HOW MINDFUL RUNNING CAN MAKE YOU A FASTER RUNNER

Mindful Running

Mindfulness has many positive effects on health (decreased stress, anxiety and depression, improved heart health, immune and brain function). It can also improve our ability to focus, and tolerate pain, or discomfort. Recently, research has also highlighted potential for improved endurance running performance.

So, can mindful running make you a faster runner?

In this article, I’ll look to answer that by taking a look at mindfulness and how to use it to improve your running.

What is Mindfulness?

Mindfulness can be described as “the awareness that emerges through paying attention on purpose, in the present moment, and nonjudgmentally to the unfolding of experience moment by moment” (Kabat-Zinn, 2006).

It sounds complex, but essentially it’s about being consciously aware of the present moment.

From a sporting perspective, we can relate mindfulness to an awareness and acceptance of the present situation, and specifically not being distracted by (but being aware of) negative thoughts, emotions and sensations (pain, discomfort etc) during exercise or competition. 

So, rather than being distracted by negative thoughts, emotions and feelings, a mindful athlete has a greater level of awareness and acceptance of them.

What is Mindful Running?

Put simply, it’s a greater awareness of what’s happening when you’re running. At the most basic level it relates to an awareness and connection between your mind and your body. It’s about having a conscious awareness of different aspects of your running form, physical sensations (discomfort etc), perceived effort, running pace etc. 

It’s about being aware of when you get caught up in thinking, and when you’re being distracted by negative thoughts or emotions. 

One point to note here: mindfulness isn’t about controlling or trying to stop negative thoughts – that’s a battle you will never win. Instead, it’s about being aware of when that happens, and then bringing your attention back to the present moment…and in this case, specifically back to running.

So, the next question…is mindful running beneficial? And will it make you a better runner? Let’s take a look…

Research Looking at Mindfulness and Running

Clearly mindfulness has many health benefits, but is it beneficial for runners?…(well), recent research suggests that… yes, it can help to improve endurance running performance.

A recent study published in the journal of Neural Plasticity (Nien et al., 2020), found that five weeks of mindfulness training improved treadmill running performance.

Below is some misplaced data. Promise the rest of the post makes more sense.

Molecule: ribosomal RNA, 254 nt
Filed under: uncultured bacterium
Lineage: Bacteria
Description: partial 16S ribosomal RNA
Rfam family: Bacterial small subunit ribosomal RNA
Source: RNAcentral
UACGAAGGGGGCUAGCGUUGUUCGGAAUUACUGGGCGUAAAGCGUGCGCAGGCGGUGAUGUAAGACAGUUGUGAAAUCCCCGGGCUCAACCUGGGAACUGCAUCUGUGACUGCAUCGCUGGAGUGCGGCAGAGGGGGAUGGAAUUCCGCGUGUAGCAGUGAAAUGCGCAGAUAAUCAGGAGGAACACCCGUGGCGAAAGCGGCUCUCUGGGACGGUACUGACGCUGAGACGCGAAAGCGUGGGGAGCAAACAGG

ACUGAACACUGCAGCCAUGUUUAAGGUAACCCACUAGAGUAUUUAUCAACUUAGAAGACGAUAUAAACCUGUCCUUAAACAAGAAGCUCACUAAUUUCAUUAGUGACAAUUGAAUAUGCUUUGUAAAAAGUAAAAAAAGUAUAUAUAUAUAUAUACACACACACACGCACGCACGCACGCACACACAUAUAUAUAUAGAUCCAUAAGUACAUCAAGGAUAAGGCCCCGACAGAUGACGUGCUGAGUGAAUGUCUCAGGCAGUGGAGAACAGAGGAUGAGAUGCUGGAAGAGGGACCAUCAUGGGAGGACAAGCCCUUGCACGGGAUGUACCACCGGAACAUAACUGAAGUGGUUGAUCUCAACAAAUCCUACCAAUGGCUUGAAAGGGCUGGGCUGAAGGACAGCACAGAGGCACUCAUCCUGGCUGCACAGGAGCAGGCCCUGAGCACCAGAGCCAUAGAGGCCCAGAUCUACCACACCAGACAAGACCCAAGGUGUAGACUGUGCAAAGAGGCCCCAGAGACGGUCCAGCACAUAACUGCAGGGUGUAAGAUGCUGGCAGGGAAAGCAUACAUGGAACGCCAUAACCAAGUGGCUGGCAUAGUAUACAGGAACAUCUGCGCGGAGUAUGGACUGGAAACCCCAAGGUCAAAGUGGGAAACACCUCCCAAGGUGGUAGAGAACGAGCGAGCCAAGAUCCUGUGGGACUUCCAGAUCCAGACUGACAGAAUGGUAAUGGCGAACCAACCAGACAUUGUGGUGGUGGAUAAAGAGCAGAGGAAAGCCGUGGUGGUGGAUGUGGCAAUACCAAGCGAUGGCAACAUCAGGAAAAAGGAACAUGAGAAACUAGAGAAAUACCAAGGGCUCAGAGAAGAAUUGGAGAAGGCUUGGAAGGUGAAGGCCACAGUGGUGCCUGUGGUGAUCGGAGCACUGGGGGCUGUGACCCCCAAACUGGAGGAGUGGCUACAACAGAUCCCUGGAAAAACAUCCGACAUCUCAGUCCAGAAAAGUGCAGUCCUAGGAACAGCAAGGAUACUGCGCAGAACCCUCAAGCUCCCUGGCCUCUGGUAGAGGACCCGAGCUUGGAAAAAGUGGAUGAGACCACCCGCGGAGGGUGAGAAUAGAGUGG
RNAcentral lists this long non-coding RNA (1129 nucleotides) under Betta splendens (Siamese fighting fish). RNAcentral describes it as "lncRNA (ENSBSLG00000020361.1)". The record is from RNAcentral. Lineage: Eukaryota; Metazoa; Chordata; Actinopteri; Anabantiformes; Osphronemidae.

During the research, the participants were divided into two groups. One group completed 5 weeks of mindfulness training, whereas the control group continued with their normal training. 

Both groups completed a graded exercise treadmill test to measure VO2 max and time to exhaustion, before and after the 5-week intervention. 

The Mindfulness Training

The training involved 2 x 30minute sessions per week, for 5 weeks. In addition, the athletes were also encouraged to practice for 15-30 minutes per day, between the mindful training days.

What did the training involve? Initially, the athletes were introduced to the different concepts and components of mindfulness. They were also introduced to the fundamental skills: mindful breathing, meditation, body scanning, yoga and mindful walking.  

As well as the mindfulness training program, the athletes were also introduced to applying mindfulness during sports competition situations.

What The Researchers Found

Firstly, neither group showed any improvement in VO2 max. But here’s the interesting part: while VO2 max showed no improvement, the mindfulness group significantly improved their time to exhaustion, suggesting a benefit to endurance exercise performance. 

So, why did time to exhaustion improve in the mindfulness group? The researchers suggested that this could be related to “mindfulness-related, breathing and posture”, and an improved ability to “have awareness of their pain without judging it”.

So, in effect, a runner with greater mindfulness may be better able to accept their level of discomfort. In turn this may reduce the limiting effects of any negative thought patterns.

Previously, research has also highlighted significant improvements in one mile running times (Thompson et al, 2011). With the researchers suggesting mindful sport performance enhancement (MSPE) is a promising intervention associated with “long-term changes”.

Ok, so how can you use this to improve your running…

Different Mindful Running Training Approaches

When it comes to reaping the benefits of mindfulness, we have two approaches:

  1. Practice mindfulness meditation
  2. Practice mindful awareness when running

Let’s take a look at each…